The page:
The Grand Motorcycle Tour: Preparing for a couple months on the road
(This article was published in the August 2006 issue of American Rider.)
As we get older we think of retiring, of taking it easy, of finally enjoying the fruits of our labors. Or, in these economic times, perhaps we’ve been laid off and want to take a few months (with part of our nest egg) and see the country. Or maybe it’s just time to go get on the road. I’ve personally given some thought to the idea of taking a couple months for a Grand Tour of the United States and Canada, and since I’ve written books on motorcycle touring (now out of print), I’d like to offer some strategies for planning such a tour.
First of all, each person’s needs and wants will be different, so please consider this article as simply an example, an approach to planning such a tour, with a sample packing list attached. Your trip will be different. By Grand Tour I mean an uninterrupted motorcycle trip of several months that covers thousands of miles. Let’s assume that our rider lives in the United States and wants to take two to three months to cover the U.S., Canada, and possibly Mexico.
Unless you’re a glutton for punishment and don’t mind riding on slick roads, your trip will be dependent on the prevailing weather patterns. While obviously the weather varies day to day and year to year, I would not plan to start your Grand Tour into the northern states or Canada until at least May. Likewise, consider Mexico for the spring to early summer; avoid the heat there in July and August.
Time and mileage considerations:
How far you can ride in a day is a personal consideration. In my younger days when I had to get somewhere fast I considered several consecutive 500-mile days as acceptable, and once did a grueling 700-mile day. By design, our Grand Tour will be a leisurely affair, with no days over 300 miles unless we really have to be somewhere. We’ll shoot for a daily average travel mileage (when not staying in an area to visit) of 200-250 miles. Remember, if you’re riding the highway and averaging 50 mph, that’s only four to five hours per day on the road.
Okay, let’s do a little figuring. Let’s say I want to leave in late May and ride from my home in Southern California up into Victoria, British Columbia, across to Jasper and Banff National Parks, down into the U.S. to visit Glacier National Park, across Montana and Wyoming then over to my birth state of Michigan. There I’ll visit my sister and old friends awhile, then on to Virginia to visit a buddy, back across to Colorado to see my cousin, followed by some leisurely mountain riding. I would return home across Idaho and Oregon in early August to avoid the summer desert heat, and ride home along the coast. The trip would consume approximately eight to 10 weeks. Now, is this practical?
By checking a road atlas, I note the following straight-line mileages. I have rounded them up to the nearest 50 miles for neatness’ sake:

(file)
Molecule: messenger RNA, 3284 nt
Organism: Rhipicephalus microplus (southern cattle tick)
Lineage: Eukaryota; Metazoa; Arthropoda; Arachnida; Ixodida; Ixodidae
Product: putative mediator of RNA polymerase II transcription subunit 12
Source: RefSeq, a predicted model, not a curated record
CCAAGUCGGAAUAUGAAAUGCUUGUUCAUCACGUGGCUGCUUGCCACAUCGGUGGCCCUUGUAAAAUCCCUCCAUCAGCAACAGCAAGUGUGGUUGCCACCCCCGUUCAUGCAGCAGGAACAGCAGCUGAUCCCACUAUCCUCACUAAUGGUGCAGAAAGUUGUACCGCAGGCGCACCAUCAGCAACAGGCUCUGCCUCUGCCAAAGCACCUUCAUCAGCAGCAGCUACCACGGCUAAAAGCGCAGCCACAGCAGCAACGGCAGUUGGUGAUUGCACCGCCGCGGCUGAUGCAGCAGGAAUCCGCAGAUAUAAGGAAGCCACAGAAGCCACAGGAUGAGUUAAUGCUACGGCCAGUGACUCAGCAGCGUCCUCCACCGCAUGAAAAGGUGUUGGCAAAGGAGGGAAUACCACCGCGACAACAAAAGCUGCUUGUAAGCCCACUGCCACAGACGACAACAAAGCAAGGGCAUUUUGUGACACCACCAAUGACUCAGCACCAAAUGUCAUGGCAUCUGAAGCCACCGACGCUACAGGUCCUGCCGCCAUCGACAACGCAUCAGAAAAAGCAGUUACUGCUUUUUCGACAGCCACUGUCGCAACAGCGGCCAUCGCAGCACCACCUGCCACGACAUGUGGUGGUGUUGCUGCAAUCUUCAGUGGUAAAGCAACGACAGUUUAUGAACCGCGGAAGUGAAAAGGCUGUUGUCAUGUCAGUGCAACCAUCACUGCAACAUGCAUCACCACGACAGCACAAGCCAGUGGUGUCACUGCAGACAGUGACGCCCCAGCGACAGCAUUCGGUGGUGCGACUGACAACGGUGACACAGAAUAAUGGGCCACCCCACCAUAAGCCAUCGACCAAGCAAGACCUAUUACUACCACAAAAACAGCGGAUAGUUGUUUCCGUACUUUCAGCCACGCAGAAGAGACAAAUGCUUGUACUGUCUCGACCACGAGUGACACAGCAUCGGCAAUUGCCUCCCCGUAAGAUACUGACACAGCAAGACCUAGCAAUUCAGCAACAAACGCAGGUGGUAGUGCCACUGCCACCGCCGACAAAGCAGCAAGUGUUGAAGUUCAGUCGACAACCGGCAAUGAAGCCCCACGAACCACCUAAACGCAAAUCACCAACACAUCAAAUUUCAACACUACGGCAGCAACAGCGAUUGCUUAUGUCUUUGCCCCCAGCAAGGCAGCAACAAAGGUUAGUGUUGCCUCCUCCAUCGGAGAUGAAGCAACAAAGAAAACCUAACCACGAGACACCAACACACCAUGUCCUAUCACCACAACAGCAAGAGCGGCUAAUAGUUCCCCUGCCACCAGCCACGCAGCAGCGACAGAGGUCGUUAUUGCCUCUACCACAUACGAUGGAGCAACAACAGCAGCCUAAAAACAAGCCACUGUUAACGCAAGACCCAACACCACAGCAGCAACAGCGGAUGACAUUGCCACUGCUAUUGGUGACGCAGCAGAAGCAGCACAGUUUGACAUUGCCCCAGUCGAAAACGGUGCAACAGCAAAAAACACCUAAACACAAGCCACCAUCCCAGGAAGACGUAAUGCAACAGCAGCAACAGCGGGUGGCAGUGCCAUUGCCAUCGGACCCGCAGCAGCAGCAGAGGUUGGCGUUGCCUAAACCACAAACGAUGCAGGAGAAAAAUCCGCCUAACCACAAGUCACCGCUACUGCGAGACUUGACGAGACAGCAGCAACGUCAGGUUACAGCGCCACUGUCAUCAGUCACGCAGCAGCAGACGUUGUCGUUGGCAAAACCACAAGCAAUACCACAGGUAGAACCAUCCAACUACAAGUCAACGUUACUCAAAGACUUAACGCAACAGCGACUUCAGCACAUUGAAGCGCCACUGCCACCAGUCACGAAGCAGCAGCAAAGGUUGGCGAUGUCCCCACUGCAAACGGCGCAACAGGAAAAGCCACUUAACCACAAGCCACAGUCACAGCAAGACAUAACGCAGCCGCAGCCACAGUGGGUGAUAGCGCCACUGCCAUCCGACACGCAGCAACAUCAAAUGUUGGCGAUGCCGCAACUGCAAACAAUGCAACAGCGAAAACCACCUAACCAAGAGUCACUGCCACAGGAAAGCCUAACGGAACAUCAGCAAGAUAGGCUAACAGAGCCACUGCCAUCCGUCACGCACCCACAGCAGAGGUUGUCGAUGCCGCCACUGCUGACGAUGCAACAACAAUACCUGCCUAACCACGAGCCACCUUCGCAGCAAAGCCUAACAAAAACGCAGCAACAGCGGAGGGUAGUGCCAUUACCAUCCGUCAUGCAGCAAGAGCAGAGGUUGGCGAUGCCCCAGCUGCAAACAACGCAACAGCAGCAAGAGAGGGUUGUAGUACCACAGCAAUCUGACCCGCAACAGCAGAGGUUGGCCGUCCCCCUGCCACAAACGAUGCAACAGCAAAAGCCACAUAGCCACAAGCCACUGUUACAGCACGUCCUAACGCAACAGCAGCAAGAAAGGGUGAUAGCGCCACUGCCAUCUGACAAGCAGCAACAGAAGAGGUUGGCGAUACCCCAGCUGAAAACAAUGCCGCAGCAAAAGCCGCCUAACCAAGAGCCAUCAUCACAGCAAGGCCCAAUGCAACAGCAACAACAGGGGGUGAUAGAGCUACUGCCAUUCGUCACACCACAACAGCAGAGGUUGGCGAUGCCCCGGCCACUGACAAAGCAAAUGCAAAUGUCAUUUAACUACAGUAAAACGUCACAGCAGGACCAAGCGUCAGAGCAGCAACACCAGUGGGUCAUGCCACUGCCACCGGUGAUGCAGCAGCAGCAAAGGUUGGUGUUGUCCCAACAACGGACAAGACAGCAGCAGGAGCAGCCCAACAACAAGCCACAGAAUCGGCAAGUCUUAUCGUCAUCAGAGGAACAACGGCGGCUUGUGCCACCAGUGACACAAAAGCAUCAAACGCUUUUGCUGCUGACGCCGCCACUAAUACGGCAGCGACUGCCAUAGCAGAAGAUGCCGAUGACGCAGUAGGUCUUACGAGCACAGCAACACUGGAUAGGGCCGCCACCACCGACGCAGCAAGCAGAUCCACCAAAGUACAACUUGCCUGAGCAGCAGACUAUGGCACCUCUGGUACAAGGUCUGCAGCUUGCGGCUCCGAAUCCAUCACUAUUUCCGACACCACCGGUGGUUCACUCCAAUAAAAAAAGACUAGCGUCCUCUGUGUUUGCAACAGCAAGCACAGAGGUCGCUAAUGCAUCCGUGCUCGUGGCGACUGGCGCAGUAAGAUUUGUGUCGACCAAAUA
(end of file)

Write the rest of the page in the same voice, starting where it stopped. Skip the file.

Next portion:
Los Angeles/Vancouver .2,400
Portland/Los Angeles 1,000
Total 9,700 miles
Because my route will be meandering and not by the shortest, straightest line, I’ll add another 15 percent to my mileage figure and call it an even 11,000 miles. Is this practical within two months? Divide 11,000 miles by 200 miles per day average, and come up with 55 days. Eight weeks is 56 days, which is right on the money. To allow time for visiting, I’m going to need to add two to three weeks. Or, I can up my daily mileage to 250, which will drop my travel time from 55 to 44 days. Always plan to use more rather than less money, time, and miles.
Route planning based on rallies and events, friends and points of interest:
Here’s where things get tricky. The above circuit is based on a lazy, no-schedule approach to touring. However, what if you want to take in Laconia, Sturgis, a HOG club rally or the AMA Vintage Motorcycle Days on your ride? Generally, your friends and family will be willing to accommodate you and your schedule, but rallies and such events wait for no man—or woman. Introducing a hard schedule into your trip invites problems if you want an easy-going, laid-back pace. To avoid disappointment, I suggest making reservations and planning your schedule to put yourself within striking distance of the rally a day or two early.
What will your tour cost? Your basic daily expenses are food, fuel and lodging, with occasional mechanical expenses for tires, oil changes and tune-ups. Depending on your food requirements, whether you’re traveling solo or two-up, and whether you’ll primarily eat in restaurants or cook in camp, here are some considerations. A solo rider eating basic meals in restaurants can probably get away with spending $5-10 for breakfast, $10-15 for lunch and $10-20 for dinner, for a range of $25 to $45 per day. Let’s figure an average of $35 per day per person.
Depending on your bike and riding style, 40-50 miles per gallon should be a reasonable estimate while on tour. An 11,000-mile tour would require about 220 to 275 gallons of fuel. Multiply that figure by the average cost of fuel you expect on your trip.
Lodging is the big killer, and unless you camp it will likely be your largest expense of the trip. Figure that amount based upon your lodging preference, but if you stay with friends and family that will somewhat lessen the blow.
Solo vs. two-up:
When I was considering marriage years ago, I was told, “Two can live as cheaply as one.” To a certain extent, that’s true on tour. While taking a passenger may double your food budget, it will have much less of an effect upon your fuel, lodging and maintenance expenses. Two can ride nearly as cheaply as one.
Packing for the Tour:
Here’s a general packing list I have used for years. Tailor it to your specific needs. Have a great trip!